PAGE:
Welcome D.D. Ayres Author of: "Primal Force"

1 Rad-Reader Reviews
D. D. Ayres

Author of: “Primal Force”

Passion is always worth fighting for…

Jori Garrison trains dogs for Warrior Wolf Pack, which provides service animals for disabled veterans. Four years ago, she was wrongly convicted of a crime—thanks to her no-good ex-fiancĂ©. Now she just wants to live her life in peace with her beloved dogs. No men, no complications. But it’s hard to play it cool when a lethally hot male is on her tail—and the attraction is fierce, mutual, and dangerous…


Lauray "Law" Batisse is a Military Police veteran who was wounded in Afghanistan. Haunted by the loss of his K-9 partner in combat, he’s reluctant to accept a service dog named Samantha into his life. But once he meets her trainer—the gorgeous Jori Garrison—he can’t fight his primal instincts. And neither can Jori. This sexy alpha male might be the only man strong enough to unleash her desires. And when unseen enemies start hunting them down, he and his new K-9 partner might be her only hope… to survive.

Rad-Reader:  I have enjoyed your books, how did you get started in writing about K-9 teams?

D.D.:  How could I resist the offer from my editor to develop a Romantic Suspense series about cool K-9 dogs and their hot guy handlers?  I love dogs.  There’s been one almost constantly in my life.  Only one problem.  I knew next to nothing about K-9 teams.  There was research to be done. 

Rad-Reader:  What made you decide to do a story about a soldier with PTSD and his service dog?

D.D.: In doing research about professional K-9s, I came across service dogs, who in their own way rescue and protect their persons on a daily basis. The ability of these dogs just amazed me.  They can remind a person to eat, take meds, tell sometimes 15-20 minutes before a person is going to have a seizure and alert so the person can take their meds.  They can open doors, help with laundry.  I could go on and on.  Coupled with that was my continued interest in handlers.  I knew I wanted to honor the service of veterans who have returned with disabilities but continue to be strong even as they struggle with very real issues..  At the same time I saw a wonderful story opportunity to introduce service dogs- not hunters/ trackers/ detection animals, but dogs specifically trained to assist people with special needs. Primal Force was born.

Rad-Reader:  How did you come up with Jori Garrison’s Character for this book?

D.D.: Jori is a woman with a “past”. Without giving too much away I wanted to develop a story around a program I became familiar with while researching service animals. Patriot Paws is a service dog training program in Rockwall, TX. I learned about service and PTSD dogs for veterans, and a wonderful program they have that trains incarcerated women to be K9 handlers. Enough said!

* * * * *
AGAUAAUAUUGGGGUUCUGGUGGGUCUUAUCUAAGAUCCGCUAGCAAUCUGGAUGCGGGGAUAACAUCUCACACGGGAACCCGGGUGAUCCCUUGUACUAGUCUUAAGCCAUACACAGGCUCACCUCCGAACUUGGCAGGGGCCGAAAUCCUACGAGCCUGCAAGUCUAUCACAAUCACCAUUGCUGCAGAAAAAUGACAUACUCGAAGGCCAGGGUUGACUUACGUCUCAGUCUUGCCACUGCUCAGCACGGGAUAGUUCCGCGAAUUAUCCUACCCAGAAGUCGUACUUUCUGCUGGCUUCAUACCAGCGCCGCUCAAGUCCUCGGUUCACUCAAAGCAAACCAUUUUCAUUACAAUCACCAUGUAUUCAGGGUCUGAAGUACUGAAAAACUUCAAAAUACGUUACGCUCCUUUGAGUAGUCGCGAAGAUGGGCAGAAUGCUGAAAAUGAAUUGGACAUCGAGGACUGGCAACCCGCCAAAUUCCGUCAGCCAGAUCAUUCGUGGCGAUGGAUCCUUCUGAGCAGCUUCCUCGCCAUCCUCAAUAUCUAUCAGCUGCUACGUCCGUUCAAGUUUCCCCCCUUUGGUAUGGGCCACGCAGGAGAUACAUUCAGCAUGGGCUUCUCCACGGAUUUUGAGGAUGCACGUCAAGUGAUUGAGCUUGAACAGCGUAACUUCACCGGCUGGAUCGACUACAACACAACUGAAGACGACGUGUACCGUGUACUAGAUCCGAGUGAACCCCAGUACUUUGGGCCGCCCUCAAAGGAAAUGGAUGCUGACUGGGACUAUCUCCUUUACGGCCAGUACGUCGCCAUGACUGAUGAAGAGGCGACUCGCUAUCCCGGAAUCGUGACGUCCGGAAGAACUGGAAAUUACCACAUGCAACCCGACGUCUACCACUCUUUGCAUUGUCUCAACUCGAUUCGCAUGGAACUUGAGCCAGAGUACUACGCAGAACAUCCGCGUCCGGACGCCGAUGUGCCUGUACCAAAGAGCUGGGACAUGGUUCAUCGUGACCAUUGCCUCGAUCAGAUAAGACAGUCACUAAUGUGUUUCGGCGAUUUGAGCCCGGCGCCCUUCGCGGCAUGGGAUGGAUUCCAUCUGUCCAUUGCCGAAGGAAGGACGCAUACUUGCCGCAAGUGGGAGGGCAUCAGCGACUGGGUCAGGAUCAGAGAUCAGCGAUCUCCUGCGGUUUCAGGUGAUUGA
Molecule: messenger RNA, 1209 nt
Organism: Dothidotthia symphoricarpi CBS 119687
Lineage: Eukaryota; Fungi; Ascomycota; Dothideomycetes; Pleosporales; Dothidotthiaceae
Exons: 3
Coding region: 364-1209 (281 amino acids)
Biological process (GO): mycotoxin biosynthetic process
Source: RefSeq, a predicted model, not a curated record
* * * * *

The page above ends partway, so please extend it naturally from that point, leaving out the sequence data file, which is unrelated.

Rad-Reader:  How did Lauray’s character come about, he has many different levels and seems to evolve as the book goes along?

D.D.: Thanks for recognizing that! I was shooting for complexity in Lauray. He has returned home from combat with serious physical and emotional damage, and his struggle to regain normalcy, and his willingness to accept help (both human and K9) is part and parcel of that struggle. Vets with PTSD have serious issues, but they can be helped and even become better human beings with that help. That’s Lauray. At least, I hope so!

Rad-Reader:  You have Jori Garrison’s character working at a training center for service dogs.  Did you go and observe the training or did you know someone in that field?

D.D.:  Yes. It was a total learning experience! I received invaluable help from several service dog facilities in the North Texas area, but particularly Patriot Paws in Rockwall, Texas.  And people told me stories of their experiences both training and using service dogs.

Rad-Reader:  The idea for the voice of the dog this time.  Did that just happen as you were writing or did you go back and add it later?

D.D.:  I did not set out to use a dog’s point of view.  I try in every book to give the dogs unique personalities but remain dogs.  It occurred to me as I was well into the book that the K-9 in the story (A Golden Doodle named Samantha) had a lot to “say” about the hero, Lauray, and how he fit into her world. Again, one of the things I heard over and over with service dogs is that the dog chooses the person, not the other way around.  The dog knows who need them.  What better way to express that than to have the reader be able to get into Samantha’s head for a bit? I think it adds an important element to this particular book. And boy, it was fun to write!

Rad-Reader:  The work program you have Jori’s character getting started in was that a real program or just for the book?